The photographs of proud Greek Jewish families in the early 1900s and the richly decorated artifacts from centuries past on display at the Holocaust Memorial and Tolerance Center of Nassau County reflect a vibrant community. But images from the 1940s, of sobbing people on their way to Nazi death camps and of postwar commemorations of the murdered, document a darker era.
“Portraits of Our Past: The Sephardic Communities of Greece and the Holocaust,” on view through Aug. 15, is an exhibition about a little-known sector of the Holocaust that Beth Lilach, senior director of education and community affairs, said she had long wanted to bring to the center.
“When most people think of the Holocaust, they think about Germany, Poland, Auschwitz, the camps,” she said. In Greece, however, 87 percent of the Jewish population perished, she said. That represented about 67,000 people, a relatively small share of the six million Jews killed throughout Europe during the Holocaust.
The exhibition, Ms. Lilach said, emphasizes not only the Nazi horrors but also the long history of Jews in Greece and the large number of Greek Christians who risked their lives to save some of them. Many descendants of Greek Jews settled in Queens and Long Island, she added.
The central section of the exhibition is largely about the Sephardic Jews who came to Greece from Spain and Portugal in the 15th century and continued to speak Ladino, a language that is based on 15th-century Spanish and is written using Hebrew characters. Another section focuses on the Romaniote Jews, who arrived in Greece more than 2,000 years ago — the oldest Jewish community in Europe — and had different customs from the larger Sephardic population. Altogether, some 60 photographs and 14 artifacts are on display.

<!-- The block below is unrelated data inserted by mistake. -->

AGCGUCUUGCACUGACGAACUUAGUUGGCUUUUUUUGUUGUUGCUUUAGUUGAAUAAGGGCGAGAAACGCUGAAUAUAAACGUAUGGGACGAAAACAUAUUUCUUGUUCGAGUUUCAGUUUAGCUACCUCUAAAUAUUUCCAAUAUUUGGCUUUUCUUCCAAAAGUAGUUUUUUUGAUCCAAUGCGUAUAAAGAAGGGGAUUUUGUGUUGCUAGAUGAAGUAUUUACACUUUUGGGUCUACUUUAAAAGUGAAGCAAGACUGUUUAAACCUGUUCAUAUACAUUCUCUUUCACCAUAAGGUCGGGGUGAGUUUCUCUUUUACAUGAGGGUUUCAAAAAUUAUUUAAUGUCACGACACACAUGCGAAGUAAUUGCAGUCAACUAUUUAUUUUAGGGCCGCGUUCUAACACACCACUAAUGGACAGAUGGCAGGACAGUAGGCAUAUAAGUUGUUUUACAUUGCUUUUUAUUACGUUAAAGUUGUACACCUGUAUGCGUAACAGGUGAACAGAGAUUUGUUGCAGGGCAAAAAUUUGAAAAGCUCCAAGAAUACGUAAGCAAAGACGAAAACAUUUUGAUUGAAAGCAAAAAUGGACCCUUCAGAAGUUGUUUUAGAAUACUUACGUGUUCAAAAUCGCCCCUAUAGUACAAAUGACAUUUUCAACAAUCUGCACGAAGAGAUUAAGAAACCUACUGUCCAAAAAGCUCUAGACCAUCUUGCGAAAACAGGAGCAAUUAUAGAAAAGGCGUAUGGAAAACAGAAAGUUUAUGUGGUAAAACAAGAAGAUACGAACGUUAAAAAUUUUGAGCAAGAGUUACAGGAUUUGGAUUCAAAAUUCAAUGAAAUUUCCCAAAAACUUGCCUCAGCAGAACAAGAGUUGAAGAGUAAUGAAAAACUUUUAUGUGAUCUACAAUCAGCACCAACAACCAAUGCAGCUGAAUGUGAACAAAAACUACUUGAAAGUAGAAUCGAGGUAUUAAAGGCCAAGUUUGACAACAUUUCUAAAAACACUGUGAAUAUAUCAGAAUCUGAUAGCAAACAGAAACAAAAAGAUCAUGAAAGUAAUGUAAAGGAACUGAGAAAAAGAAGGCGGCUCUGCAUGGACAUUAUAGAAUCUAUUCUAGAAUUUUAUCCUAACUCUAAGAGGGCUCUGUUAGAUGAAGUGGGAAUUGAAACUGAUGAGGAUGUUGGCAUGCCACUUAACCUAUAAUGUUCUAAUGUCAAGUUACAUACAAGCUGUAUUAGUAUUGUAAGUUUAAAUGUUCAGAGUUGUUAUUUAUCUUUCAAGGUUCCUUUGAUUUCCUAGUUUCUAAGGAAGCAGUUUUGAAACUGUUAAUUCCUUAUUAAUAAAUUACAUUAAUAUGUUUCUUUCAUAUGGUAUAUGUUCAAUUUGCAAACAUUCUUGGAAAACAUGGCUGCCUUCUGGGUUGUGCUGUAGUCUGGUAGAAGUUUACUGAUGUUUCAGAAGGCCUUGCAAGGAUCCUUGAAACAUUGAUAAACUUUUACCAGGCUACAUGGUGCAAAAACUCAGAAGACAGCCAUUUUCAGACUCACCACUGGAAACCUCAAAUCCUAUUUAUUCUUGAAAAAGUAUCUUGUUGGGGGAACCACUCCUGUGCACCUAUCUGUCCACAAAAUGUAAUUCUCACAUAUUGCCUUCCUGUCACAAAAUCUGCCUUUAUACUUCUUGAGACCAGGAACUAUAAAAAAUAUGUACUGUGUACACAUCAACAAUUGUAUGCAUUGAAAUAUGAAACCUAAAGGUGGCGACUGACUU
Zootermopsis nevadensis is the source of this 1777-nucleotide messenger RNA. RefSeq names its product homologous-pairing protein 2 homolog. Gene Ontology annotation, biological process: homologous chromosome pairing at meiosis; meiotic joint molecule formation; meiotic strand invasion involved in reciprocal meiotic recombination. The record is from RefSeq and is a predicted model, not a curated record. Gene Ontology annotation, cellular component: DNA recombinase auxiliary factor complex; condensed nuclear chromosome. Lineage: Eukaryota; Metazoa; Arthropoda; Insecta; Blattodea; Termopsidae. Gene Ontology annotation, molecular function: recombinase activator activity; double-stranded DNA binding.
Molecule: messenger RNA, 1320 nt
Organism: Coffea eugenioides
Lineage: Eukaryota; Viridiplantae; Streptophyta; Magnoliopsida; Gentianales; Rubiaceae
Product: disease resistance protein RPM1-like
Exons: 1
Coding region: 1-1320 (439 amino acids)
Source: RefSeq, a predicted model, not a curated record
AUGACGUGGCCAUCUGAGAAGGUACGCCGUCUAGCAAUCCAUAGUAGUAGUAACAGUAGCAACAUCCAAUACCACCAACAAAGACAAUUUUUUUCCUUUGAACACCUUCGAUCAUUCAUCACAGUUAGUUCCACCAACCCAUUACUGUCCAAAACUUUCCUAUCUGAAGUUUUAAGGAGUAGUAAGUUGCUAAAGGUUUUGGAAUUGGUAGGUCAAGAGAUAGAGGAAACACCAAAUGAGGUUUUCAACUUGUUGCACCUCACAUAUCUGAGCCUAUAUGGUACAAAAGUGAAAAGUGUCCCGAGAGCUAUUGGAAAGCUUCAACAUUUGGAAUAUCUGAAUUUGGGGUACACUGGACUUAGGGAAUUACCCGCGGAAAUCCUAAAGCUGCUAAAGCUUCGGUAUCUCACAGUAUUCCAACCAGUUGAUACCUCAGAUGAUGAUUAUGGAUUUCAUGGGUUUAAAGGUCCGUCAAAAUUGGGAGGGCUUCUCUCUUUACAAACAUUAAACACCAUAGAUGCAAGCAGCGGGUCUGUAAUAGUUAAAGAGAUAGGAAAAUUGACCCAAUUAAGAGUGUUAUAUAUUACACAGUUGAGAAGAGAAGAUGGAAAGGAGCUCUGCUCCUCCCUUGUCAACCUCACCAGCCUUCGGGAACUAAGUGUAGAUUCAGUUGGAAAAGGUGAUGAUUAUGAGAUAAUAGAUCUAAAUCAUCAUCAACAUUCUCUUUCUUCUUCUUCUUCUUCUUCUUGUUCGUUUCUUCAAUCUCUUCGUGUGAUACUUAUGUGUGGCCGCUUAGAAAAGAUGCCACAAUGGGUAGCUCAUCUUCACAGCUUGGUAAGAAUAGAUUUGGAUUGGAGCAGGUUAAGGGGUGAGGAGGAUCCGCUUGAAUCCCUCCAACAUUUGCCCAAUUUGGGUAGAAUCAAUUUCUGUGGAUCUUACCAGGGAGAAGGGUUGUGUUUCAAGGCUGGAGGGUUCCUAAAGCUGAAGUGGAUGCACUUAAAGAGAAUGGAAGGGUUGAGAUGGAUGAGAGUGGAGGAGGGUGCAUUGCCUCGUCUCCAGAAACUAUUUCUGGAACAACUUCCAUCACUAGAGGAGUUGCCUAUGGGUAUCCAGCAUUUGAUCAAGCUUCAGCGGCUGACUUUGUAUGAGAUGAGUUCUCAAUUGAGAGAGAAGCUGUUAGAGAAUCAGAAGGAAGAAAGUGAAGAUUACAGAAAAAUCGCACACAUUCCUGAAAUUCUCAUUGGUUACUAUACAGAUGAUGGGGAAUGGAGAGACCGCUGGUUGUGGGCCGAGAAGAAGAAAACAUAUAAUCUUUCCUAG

A third element in the show is “Greece and the Holocaust,” a DVD produced by the Holocaust center and shown on a monitor. It includes archival material, music and personal testimony by Beni Elias, who lived in Long Beach until his death in 2010, Ms. Lilach said. His cousin Martin Elias, who lives in Brookville, underwrote the exhibition.
On the DVD, Beni Elias spoke about his experiences in a concentration camp, where Jews not strong enough to work were taken immediately to a crematorium. He described the death of his brother, whose spine was broken by a Nazi guard. Defying the rules, Mr. Elias crept into the barracks where his brother lay dying and crawled into his bed. In the morning, he said, he did not see his brother: “My brother was dead.”
The DVD also tells the stories of several of the Greek gentiles who are counted among the “righteous” Christians who helped to save Jews; there are 315 of them in the Righteous Among the Nations database maintained by Yad Vashem, the Holocaust memorial in Jerusalem. Among them were the archbishop of Greece and the police chief of Athens, who together saved 560 Jews by claiming they were Christians and giving them false identification papers.